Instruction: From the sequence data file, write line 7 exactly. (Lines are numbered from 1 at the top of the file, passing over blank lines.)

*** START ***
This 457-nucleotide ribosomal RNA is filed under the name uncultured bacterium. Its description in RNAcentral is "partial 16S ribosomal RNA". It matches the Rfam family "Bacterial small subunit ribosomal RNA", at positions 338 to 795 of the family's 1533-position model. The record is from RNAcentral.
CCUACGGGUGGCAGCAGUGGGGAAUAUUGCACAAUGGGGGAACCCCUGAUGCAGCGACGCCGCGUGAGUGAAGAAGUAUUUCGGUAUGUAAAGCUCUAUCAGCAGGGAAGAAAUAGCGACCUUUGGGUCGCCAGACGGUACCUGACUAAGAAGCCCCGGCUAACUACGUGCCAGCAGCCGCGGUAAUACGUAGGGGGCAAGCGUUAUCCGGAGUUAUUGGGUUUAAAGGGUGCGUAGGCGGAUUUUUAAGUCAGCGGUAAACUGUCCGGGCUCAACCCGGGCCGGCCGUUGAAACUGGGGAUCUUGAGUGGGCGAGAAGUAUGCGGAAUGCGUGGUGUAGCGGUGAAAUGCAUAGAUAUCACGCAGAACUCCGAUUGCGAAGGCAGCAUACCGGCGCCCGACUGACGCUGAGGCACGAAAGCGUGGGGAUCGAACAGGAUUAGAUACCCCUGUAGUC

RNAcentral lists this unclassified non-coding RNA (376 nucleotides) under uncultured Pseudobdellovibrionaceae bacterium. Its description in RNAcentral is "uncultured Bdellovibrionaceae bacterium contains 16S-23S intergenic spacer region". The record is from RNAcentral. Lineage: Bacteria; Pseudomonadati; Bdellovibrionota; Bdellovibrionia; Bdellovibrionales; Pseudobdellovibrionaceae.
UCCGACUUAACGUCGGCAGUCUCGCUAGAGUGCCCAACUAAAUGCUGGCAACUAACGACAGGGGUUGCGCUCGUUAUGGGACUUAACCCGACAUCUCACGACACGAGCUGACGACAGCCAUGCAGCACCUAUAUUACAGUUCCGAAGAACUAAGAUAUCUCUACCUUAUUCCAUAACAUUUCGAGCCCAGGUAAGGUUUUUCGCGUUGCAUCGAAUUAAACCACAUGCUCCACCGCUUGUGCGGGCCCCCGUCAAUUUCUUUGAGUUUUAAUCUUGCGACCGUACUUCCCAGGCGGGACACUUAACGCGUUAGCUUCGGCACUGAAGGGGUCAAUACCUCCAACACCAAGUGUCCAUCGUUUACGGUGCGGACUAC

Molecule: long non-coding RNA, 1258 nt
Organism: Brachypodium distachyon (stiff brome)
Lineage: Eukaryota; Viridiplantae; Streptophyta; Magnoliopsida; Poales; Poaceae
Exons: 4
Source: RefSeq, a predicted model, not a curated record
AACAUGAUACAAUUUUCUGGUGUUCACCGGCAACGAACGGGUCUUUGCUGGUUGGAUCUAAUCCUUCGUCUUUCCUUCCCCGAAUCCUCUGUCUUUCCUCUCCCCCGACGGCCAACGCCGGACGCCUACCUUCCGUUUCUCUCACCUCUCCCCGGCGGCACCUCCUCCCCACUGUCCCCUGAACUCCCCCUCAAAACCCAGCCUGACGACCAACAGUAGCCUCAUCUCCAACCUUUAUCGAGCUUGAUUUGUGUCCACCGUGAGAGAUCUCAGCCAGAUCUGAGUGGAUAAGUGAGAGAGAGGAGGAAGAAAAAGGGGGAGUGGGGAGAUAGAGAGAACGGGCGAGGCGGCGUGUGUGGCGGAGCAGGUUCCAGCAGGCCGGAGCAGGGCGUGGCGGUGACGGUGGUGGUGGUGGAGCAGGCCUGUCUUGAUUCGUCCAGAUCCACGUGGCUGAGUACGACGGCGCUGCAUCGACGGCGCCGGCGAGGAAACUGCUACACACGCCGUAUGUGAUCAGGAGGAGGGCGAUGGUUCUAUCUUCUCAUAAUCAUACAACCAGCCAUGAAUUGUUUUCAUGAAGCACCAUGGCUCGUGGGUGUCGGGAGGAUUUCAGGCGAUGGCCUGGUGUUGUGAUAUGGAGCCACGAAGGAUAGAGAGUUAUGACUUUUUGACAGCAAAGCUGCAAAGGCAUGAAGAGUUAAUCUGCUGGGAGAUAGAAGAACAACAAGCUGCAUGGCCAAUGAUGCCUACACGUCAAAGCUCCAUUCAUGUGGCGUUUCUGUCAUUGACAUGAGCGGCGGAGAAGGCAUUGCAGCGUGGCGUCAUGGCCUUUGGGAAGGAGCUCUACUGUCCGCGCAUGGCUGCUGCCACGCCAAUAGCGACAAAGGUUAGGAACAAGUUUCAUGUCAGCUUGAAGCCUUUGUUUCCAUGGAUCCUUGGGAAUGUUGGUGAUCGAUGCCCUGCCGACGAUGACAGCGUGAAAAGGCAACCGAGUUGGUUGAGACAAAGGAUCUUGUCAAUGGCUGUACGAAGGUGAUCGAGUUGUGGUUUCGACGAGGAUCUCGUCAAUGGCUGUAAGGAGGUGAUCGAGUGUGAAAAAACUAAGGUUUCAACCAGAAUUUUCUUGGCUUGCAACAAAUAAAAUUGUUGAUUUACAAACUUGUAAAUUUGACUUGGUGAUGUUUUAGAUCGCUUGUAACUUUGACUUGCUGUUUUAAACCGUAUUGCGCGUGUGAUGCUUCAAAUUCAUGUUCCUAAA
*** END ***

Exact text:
Lineage: Eukaryota; Viridiplantae; Streptophyta; Magnoliopsida; Poales; Poaceae